Count the iShares MSCI New Zealand Capped ETF (NYSEArca: ENZL) among the single-country international exchange traded funds that has recently been struggling.
Through the first eight months of this year, the lone New Zealand set a torrid pace, but the ETF has since struggled in a big way.
After shedding 4.7% last week, ENZL resides nearly 19% below its 52-week high seen in early September. Much of ENZL’s strength this year can be tied to an interesting scenario: New Zealand’s currency, the New Zealand dollar prior kiwi, is rising while the Reserve Bank of New Zealand (RBNZ) is lowering interest rates.
SEE MORE: New Zealand ETF Gets Central Bank Assist
However, RBNZ has signaled it probably will not lower rates again and that might explain recent weakness in ENZL. How a weak New Zealand dollar plays is important because the country is an export-driven economy.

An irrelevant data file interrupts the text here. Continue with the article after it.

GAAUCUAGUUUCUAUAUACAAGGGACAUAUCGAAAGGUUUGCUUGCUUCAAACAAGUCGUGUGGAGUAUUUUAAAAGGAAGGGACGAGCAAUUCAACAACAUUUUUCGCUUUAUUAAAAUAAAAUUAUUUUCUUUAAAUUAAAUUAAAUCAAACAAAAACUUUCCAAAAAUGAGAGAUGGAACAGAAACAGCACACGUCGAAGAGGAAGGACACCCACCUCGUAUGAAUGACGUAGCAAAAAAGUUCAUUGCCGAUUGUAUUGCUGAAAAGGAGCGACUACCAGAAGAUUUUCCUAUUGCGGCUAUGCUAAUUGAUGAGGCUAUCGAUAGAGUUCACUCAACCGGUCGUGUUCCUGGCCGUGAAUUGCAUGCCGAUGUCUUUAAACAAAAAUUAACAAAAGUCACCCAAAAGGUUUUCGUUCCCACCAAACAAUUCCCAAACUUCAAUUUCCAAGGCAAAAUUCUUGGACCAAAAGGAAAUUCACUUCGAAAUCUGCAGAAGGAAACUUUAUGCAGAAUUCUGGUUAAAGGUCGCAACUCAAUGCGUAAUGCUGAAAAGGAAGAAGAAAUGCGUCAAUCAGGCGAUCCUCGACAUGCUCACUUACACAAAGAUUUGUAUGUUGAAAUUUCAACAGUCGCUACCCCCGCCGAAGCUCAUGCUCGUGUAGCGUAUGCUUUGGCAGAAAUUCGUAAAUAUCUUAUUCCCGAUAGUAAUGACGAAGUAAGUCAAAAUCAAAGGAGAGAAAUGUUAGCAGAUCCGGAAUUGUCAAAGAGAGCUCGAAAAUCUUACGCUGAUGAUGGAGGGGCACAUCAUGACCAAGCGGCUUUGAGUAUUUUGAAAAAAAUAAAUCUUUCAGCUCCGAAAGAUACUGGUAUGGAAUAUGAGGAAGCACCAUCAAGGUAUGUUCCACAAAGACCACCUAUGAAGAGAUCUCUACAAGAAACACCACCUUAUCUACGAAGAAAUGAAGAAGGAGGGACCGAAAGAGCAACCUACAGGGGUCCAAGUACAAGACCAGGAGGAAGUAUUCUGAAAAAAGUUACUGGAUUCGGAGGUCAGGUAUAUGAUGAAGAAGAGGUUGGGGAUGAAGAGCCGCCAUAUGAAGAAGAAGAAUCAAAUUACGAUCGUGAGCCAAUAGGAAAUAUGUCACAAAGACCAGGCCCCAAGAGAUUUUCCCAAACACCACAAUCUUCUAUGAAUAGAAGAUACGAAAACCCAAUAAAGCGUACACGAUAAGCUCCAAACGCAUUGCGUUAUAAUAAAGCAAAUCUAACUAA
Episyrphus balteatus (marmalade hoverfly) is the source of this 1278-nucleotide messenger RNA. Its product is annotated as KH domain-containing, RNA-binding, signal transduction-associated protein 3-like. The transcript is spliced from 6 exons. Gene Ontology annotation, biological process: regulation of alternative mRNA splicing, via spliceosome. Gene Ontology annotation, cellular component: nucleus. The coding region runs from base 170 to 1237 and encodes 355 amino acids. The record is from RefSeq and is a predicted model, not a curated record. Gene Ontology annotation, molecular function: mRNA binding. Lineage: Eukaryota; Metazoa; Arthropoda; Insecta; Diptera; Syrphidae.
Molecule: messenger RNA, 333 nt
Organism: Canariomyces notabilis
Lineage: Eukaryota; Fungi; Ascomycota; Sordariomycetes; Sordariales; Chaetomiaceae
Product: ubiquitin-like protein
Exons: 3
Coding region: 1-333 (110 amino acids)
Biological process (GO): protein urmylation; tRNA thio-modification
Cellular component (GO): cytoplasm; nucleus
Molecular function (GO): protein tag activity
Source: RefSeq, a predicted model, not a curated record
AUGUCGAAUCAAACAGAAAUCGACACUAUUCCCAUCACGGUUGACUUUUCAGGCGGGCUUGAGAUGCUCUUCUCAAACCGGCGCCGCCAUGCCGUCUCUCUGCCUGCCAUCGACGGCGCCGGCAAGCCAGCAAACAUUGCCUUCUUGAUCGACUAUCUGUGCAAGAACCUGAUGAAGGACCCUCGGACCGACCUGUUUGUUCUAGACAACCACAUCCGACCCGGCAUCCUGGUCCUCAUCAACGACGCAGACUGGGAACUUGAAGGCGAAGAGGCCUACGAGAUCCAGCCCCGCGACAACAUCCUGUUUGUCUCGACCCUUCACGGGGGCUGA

“The external sector is important to New Zealand as it is an exporter of commodities such as milk and sheep and other foodstuffs. Tourism is also important to New Zealand,” according to a Seeking Alpha analysis of ENZL.
Another knock on New Zealand has been that the country is running a current account deficit, a scenario global investors are apt to monitor closely following prior repudiation of some emerging markets with vulnerability to external financing demands.
SEE MORE: New Zealand ETF Keeps Surging
RBNZ is implementing a dovish monetary policy on par with its Australian counterpart, the Reserve Bank of Australia (RBA).
“The trade deficit is in decline, which is a good trend. However, even in good phases, the bad years tend to be worse in value and not made good by the better years. Over time, the private sector in New Zealand is being drained by the external sector,” according to Seeking Alpha.
Since tumbling from its third-quarter peak, ENZL now resides 5.6% below its 200-day moving average and nearly 5% below its 50-day line. The ETF has not closed above its 50-day moving average since late September.
For more information on New Zealand ETFs, visit our New Zealand category.